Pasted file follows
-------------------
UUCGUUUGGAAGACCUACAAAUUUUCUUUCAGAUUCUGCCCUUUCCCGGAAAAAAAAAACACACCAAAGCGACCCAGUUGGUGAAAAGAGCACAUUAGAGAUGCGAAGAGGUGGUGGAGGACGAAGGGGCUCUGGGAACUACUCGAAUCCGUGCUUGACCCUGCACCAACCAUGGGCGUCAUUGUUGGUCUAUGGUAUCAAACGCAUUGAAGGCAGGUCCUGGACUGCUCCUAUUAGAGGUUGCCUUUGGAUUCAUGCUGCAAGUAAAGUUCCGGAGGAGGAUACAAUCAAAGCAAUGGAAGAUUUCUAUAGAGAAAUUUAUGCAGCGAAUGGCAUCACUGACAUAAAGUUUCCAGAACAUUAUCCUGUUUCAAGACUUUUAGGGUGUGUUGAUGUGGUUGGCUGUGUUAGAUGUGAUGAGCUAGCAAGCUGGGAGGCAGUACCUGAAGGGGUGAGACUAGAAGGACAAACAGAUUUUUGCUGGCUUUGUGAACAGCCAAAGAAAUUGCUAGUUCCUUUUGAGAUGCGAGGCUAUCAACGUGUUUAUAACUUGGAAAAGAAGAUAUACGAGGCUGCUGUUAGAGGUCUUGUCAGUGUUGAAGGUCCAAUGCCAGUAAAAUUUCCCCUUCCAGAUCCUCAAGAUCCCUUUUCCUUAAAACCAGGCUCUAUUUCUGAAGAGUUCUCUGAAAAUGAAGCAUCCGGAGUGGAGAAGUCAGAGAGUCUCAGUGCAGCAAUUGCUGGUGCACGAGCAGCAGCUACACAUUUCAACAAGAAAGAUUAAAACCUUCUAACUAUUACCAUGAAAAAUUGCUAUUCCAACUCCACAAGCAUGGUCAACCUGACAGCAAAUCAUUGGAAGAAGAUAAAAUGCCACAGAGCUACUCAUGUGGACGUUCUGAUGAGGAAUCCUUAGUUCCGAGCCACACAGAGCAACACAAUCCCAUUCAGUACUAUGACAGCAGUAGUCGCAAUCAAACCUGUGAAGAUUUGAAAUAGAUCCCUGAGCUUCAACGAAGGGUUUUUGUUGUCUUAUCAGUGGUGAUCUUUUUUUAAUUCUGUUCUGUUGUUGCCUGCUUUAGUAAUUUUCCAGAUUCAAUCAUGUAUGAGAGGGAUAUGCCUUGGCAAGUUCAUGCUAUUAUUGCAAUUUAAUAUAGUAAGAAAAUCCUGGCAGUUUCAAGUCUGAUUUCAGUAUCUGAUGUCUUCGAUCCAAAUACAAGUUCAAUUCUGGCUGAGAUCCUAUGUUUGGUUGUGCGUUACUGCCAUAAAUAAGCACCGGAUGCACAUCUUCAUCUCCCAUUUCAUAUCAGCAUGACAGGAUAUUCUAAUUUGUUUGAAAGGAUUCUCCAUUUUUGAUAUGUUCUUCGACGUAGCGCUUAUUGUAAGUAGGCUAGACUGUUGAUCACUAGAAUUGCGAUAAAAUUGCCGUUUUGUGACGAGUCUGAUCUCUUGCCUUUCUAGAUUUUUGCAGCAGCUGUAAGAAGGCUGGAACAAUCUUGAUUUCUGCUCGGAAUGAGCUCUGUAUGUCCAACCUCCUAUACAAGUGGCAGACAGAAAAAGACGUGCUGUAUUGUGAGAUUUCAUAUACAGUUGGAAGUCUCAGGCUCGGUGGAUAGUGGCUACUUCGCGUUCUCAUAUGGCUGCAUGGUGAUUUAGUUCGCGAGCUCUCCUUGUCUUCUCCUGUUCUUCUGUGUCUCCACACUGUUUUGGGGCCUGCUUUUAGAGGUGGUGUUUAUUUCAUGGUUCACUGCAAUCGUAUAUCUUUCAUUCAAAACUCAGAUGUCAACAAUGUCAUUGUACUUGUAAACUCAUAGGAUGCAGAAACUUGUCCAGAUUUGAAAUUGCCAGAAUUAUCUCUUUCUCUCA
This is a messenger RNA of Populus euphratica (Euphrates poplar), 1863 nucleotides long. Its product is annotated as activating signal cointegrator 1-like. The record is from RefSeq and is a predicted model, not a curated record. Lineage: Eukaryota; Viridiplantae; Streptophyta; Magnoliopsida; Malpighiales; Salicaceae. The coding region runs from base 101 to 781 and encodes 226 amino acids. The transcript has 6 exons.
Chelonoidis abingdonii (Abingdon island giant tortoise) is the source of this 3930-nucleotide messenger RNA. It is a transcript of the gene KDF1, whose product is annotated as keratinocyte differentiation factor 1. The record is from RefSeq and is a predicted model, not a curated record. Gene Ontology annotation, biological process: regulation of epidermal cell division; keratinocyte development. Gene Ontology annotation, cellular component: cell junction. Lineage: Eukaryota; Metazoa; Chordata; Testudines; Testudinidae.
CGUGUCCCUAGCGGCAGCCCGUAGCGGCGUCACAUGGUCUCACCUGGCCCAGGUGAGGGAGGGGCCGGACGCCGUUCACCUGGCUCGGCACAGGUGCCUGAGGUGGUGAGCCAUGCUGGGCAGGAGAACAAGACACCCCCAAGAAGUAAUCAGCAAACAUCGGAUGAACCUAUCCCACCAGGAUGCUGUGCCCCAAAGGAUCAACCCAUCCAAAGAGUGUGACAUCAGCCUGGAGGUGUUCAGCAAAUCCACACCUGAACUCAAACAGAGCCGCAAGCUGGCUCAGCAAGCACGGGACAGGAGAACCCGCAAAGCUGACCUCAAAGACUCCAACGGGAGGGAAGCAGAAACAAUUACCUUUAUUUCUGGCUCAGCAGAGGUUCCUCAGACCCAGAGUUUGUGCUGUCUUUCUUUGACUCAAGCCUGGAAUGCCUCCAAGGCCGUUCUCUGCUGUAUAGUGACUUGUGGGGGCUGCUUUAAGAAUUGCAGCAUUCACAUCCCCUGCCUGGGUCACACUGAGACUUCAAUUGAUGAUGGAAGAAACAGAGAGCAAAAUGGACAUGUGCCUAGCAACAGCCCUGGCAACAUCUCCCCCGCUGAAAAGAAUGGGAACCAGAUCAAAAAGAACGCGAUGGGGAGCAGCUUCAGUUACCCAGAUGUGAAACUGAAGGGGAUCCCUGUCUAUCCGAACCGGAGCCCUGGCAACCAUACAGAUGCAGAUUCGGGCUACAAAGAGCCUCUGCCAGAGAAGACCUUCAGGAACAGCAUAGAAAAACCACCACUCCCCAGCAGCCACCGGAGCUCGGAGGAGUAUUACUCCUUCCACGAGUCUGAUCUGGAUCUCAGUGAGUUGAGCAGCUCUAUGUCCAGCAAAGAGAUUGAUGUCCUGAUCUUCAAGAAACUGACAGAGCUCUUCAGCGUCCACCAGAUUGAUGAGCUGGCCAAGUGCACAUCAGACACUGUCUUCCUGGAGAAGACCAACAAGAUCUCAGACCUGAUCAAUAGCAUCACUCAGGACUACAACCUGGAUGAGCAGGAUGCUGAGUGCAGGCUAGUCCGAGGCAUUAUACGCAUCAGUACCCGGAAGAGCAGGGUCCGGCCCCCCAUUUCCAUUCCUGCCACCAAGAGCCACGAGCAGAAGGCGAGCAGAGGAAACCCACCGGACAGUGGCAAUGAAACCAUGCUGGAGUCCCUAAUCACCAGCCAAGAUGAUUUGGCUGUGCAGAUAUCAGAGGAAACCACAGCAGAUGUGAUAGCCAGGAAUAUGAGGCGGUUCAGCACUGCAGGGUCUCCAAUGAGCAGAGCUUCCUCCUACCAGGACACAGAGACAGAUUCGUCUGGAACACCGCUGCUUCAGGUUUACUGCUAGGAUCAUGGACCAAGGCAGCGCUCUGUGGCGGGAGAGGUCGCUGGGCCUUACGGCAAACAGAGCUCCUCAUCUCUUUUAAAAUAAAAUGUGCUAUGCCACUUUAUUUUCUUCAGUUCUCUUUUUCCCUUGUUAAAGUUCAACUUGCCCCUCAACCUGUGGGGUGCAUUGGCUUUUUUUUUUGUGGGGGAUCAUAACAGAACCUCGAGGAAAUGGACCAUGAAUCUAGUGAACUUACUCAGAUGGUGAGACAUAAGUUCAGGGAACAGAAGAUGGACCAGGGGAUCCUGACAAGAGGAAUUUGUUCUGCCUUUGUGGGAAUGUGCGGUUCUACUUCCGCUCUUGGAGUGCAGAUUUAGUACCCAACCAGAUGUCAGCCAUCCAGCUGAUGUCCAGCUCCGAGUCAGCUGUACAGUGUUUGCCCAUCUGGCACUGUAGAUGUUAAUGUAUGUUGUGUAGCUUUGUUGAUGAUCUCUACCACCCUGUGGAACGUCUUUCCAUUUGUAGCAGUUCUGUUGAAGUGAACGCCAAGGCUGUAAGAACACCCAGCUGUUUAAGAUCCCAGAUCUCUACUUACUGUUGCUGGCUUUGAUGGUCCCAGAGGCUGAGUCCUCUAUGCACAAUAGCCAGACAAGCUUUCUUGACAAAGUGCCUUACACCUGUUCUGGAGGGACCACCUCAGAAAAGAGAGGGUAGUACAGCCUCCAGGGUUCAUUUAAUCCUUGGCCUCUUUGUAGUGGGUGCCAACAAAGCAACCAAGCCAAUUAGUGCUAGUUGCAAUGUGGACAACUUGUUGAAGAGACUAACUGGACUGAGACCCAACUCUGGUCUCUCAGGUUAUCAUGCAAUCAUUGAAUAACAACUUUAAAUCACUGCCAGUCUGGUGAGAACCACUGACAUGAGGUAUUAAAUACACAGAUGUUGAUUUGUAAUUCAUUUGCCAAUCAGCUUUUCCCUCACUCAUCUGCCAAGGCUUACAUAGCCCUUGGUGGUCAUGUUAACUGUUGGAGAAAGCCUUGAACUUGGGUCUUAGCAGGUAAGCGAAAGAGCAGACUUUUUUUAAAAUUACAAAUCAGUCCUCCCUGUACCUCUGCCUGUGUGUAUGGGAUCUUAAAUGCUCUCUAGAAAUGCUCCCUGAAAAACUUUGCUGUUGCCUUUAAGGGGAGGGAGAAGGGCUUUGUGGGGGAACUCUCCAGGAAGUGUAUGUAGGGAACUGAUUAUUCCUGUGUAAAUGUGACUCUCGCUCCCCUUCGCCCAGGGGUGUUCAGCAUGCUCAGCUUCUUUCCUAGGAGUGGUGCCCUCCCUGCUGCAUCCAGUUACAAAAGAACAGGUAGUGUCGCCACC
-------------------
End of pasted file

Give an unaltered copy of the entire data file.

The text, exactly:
UUCGUUUGGAAGACCUACAAAUUUUCUUUCAGAUUCUGCCCUUUCCCGGAAAAAAAAAACACACCAAAGCGACCCAGUUGGUGAAAAGAGCACAUUAGAGAUGCGAAGAGGUGGUGGAGGACGAAGGGGCUCUGGGAACUACUCGAAUCCGUGCUUGACCCUGCACCAACCAUGGGCGUCAUUGUUGGUCUAUGGUAUCAAACGCAUUGAAGGCAGGUCCUGGACUGCUCCUAUUAGAGGUUGCCUUUGGAUUCAUGCUGCAAGUAAAGUUCCGGAGGAGGAUACAAUCAAAGCAAUGGAAGAUUUCUAUAGAGAAAUUUAUGCAGCGAAUGGCAUCACUGACAUAAAGUUUCCAGAACAUUAUCCUGUUUCAAGACUUUUAGGGUGUGUUGAUGUGGUUGGCUGUGUUAGAUGUGAUGAGCUAGCAAGCUGGGAGGCAGUACCUGAAGGGGUGAGACUAGAAGGACAAACAGAUUUUUGCUGGCUUUGUGAACAGCCAAAGAAAUUGCUAGUUCCUUUUGAGAUGCGAGGCUAUCAACGUGUUUAUAACUUGGAAAAGAAGAUAUACGAGGCUGCUGUUAGAGGUCUUGUCAGUGUUGAAGGUCCAAUGCCAGUAAAAUUUCCCCUUCCAGAUCCUCAAGAUCCCUUUUCCUUAAAACCAGGCUCUAUUUCUGAAGAGUUCUCUGAAAAUGAAGCAUCCGGAGUGGAGAAGUCAGAGAGUCUCAGUGCAGCAAUUGCUGGUGCACGAGCAGCAGCUACACAUUUCAACAAGAAAGAUUAAAACCUUCUAACUAUUACCAUGAAAAAUUGCUAUUCCAACUCCACAAGCAUGGUCAACCUGACAGCAAAUCAUUGGAAGAAGAUAAAAUGCCACAGAGCUACUCAUGUGGACGUUCUGAUGAGGAAUCCUUAGUUCCGAGCCACACAGAGCAACACAAUCCCAUUCAGUACUAUGACAGCAGUAGUCGCAAUCAAACCUGUGAAGAUUUGAAAUAGAUCCCUGAGCUUCAACGAAGGGUUUUUGUUGUCUUAUCAGUGGUGAUCUUUUUUUAAUUCUGUUCUGUUGUUGCCUGCUUUAGUAAUUUUCCAGAUUCAAUCAUGUAUGAGAGGGAUAUGCCUUGGCAAGUUCAUGCUAUUAUUGCAAUUUAAUAUAGUAAGAAAAUCCUGGCAGUUUCAAGUCUGAUUUCAGUAUCUGAUGUCUUCGAUCCAAAUACAAGUUCAAUUCUGGCUGAGAUCCUAUGUUUGGUUGUGCGUUACUGCCAUAAAUAAGCACCGGAUGCACAUCUUCAUCUCCCAUUUCAUAUCAGCAUGACAGGAUAUUCUAAUUUGUUUGAAAGGAUUCUCCAUUUUUGAUAUGUUCUUCGACGUAGCGCUUAUUGUAAGUAGGCUAGACUGUUGAUCACUAGAAUUGCGAUAAAAUUGCCGUUUUGUGACGAGUCUGAUCUCUUGCCUUUCUAGAUUUUUGCAGCAGCUGUAAGAAGGCUGGAACAAUCUUGAUUUCUGCUCGGAAUGAGCUCUGUAUGUCCAACCUCCUAUACAAGUGGCAGACAGAAAAAGACGUGCUGUAUUGUGAGAUUUCAUAUACAGUUGGAAGUCUCAGGCUCGGUGGAUAGUGGCUACUUCGCGUUCUCAUAUGGCUGCAUGGUGAUUUAGUUCGCGAGCUCUCCUUGUCUUCUCCUGUUCUUCUGUGUCUCCACACUGUUUUGGGGCCUGCUUUUAGAGGUGGUGUUUAUUUCAUGGUUCACUGCAAUCGUAUAUCUUUCAUUCAAAACUCAGAUGUCAACAAUGUCAUUGUACUUGUAAACUCAUAGGAUGCAGAAACUUGUCCAGAUUUGAAAUUGCCAGAAUUAUCUCUUUCUCUCA
This is a messenger RNA of Populus euphratica (Euphrates poplar), 1863 nucleotides long. Its product is annotated as activating signal cointegrator 1-like. The record is from RefSeq and is a predicted model, not a curated record. Lineage: Eukaryota; Viridiplantae; Streptophyta; Magnoliopsida; Malpighiales; Salicaceae. The coding region runs from base 101 to 781 and encodes 226 amino acids. The transcript has 6 exons.
Chelonoidis abingdonii (Abingdon island giant tortoise) is the source of this 3930-nucleotide messenger RNA. It is a transcript of the gene KDF1, whose product is annotated as keratinocyte differentiation factor 1. The record is from RefSeq and is a predicted model, not a curated record. Gene Ontology annotation, biological process: regulation of epidermal cell division; keratinocyte development. Gene Ontology annotation, cellular component: cell junction. Lineage: Eukaryota; Metazoa; Chordata; Testudines; Testudinidae.
CGUGUCCCUAGCGGCAGCCCGUAGCGGCGUCACAUGGUCUCACCUGGCCCAGGUGAGGGAGGGGCCGGACGCCGUUCACCUGGCUCGGCACAGGUGCCUGAGGUGGUGAGCCAUGCUGGGCAGGAGAACAAGACACCCCCAAGAAGUAAUCAGCAAACAUCGGAUGAACCUAUCCCACCAGGAUGCUGUGCCCCAAAGGAUCAACCCAUCCAAAGAGUGUGACAUCAGCCUGGAGGUGUUCAGCAAAUCCACACCUGAACUCAAACAGAGCCGCAAGCUGGCUCAGCAAGCACGGGACAGGAGAACCCGCAAAGCUGACCUCAAAGACUCCAACGGGAGGGAAGCAGAAACAAUUACCUUUAUUUCUGGCUCAGCAGAGGUUCCUCAGACCCAGAGUUUGUGCUGUCUUUCUUUGACUCAAGCCUGGAAUGCCUCCAAGGCCGUUCUCUGCUGUAUAGUGACUUGUGGGGGCUGCUUUAAGAAUUGCAGCAUUCACAUCCCCUGCCUGGGUCACACUGAGACUUCAAUUGAUGAUGGAAGAAACAGAGAGCAAAAUGGACAUGUGCCUAGCAACAGCCCUGGCAACAUCUCCCCCGCUGAAAAGAAUGGGAACCAGAUCAAAAAGAACGCGAUGGGGAGCAGCUUCAGUUACCCAGAUGUGAAACUGAAGGGGAUCCCUGUCUAUCCGAACCGGAGCCCUGGCAACCAUACAGAUGCAGAUUCGGGCUACAAAGAGCCUCUGCCAGAGAAGACCUUCAGGAACAGCAUAGAAAAACCACCACUCCCCAGCAGCCACCGGAGCUCGGAGGAGUAUUACUCCUUCCACGAGUCUGAUCUGGAUCUCAGUGAGUUGAGCAGCUCUAUGUCCAGCAAAGAGAUUGAUGUCCUGAUCUUCAAGAAACUGACAGAGCUCUUCAGCGUCCACCAGAUUGAUGAGCUGGCCAAGUGCACAUCAGACACUGUCUUCCUGGAGAAGACCAACAAGAUCUCAGACCUGAUCAAUAGCAUCACUCAGGACUACAACCUGGAUGAGCAGGAUGCUGAGUGCAGGCUAGUCCGAGGCAUUAUACGCAUCAGUACCCGGAAGAGCAGGGUCCGGCCCCCCAUUUCCAUUCCUGCCACCAAGAGCCACGAGCAGAAGGCGAGCAGAGGAAACCCACCGGACAGUGGCAAUGAAACCAUGCUGGAGUCCCUAAUCACCAGCCAAGAUGAUUUGGCUGUGCAGAUAUCAGAGGAAACCACAGCAGAUGUGAUAGCCAGGAAUAUGAGGCGGUUCAGCACUGCAGGGUCUCCAAUGAGCAGAGCUUCCUCCUACCAGGACACAGAGACAGAUUCGUCUGGAACACCGCUGCUUCAGGUUUACUGCUAGGAUCAUGGACCAAGGCAGCGCUCUGUGGCGGGAGAGGUCGCUGGGCCUUACGGCAAACAGAGCUCCUCAUCUCUUUUAAAAUAAAAUGUGCUAUGCCACUUUAUUUUCUUCAGUUCUCUUUUUCCCUUGUUAAAGUUCAACUUGCCCCUCAACCUGUGGGGUGCAUUGGCUUUUUUUUUUGUGGGGGAUCAUAACAGAACCUCGAGGAAAUGGACCAUGAAUCUAGUGAACUUACUCAGAUGGUGAGACAUAAGUUCAGGGAACAGAAGAUGGACCAGGGGAUCCUGACAAGAGGAAUUUGUUCUGCCUUUGUGGGAAUGUGCGGUUCUACUUCCGCUCUUGGAGUGCAGAUUUAGUACCCAACCAGAUGUCAGCCAUCCAGCUGAUGUCCAGCUCCGAGUCAGCUGUACAGUGUUUGCCCAUCUGGCACUGUAGAUGUUAAUGUAUGUUGUGUAGCUUUGUUGAUGAUCUCUACCACCCUGUGGAACGUCUUUCCAUUUGUAGCAGUUCUGUUGAAGUGAACGCCAAGGCUGUAAGAACACCCAGCUGUUUAAGAUCCCAGAUCUCUACUUACUGUUGCUGGCUUUGAUGGUCCCAGAGGCUGAGUCCUCUAUGCACAAUAGCCAGACAAGCUUUCUUGACAAAGUGCCUUACACCUGUUCUGGAGGGACCACCUCAGAAAAGAGAGGGUAGUACAGCCUCCAGGGUUCAUUUAAUCCUUGGCCUCUUUGUAGUGGGUGCCAACAAAGCAACCAAGCCAAUUAGUGCUAGUUGCAAUGUGGACAACUUGUUGAAGAGACUAACUGGACUGAGACCCAACUCUGGUCUCUCAGGUUAUCAUGCAAUCAUUGAAUAACAACUUUAAAUCACUGCCAGUCUGGUGAGAACCACUGACAUGAGGUAUUAAAUACACAGAUGUUGAUUUGUAAUUCAUUUGCCAAUCAGCUUUUCCCUCACUCAUCUGCCAAGGCUUACAUAGCCCUUGGUGGUCAUGUUAACUGUUGGAGAAAGCCUUGAACUUGGGUCUUAGCAGGUAAGCGAAAGAGCAGACUUUUUUUAAAAUUACAAAUCAGUCCUCCCUGUACCUCUGCCUGUGUGUAUGGGAUCUUAAAUGCUCUCUAGAAAUGCUCCCUGAAAAACUUUGCUGUUGCCUUUAAGGGGAGGGAGAAGGGCUUUGUGGGGGAACUCUCCAGGAAGUGUAUGUAGGGAACUGAUUAUUCCUGUGUAAAUGUGACUCUCGCUCCCCUUCGCCCAGGGGUGUUCAGCAUGCUCAGCUUCUUUCCUAGGAGUGGUGCCCUCCCUGCUGCAUCCAGUUACAAAAGAACAGGUAGUGUCGCCACC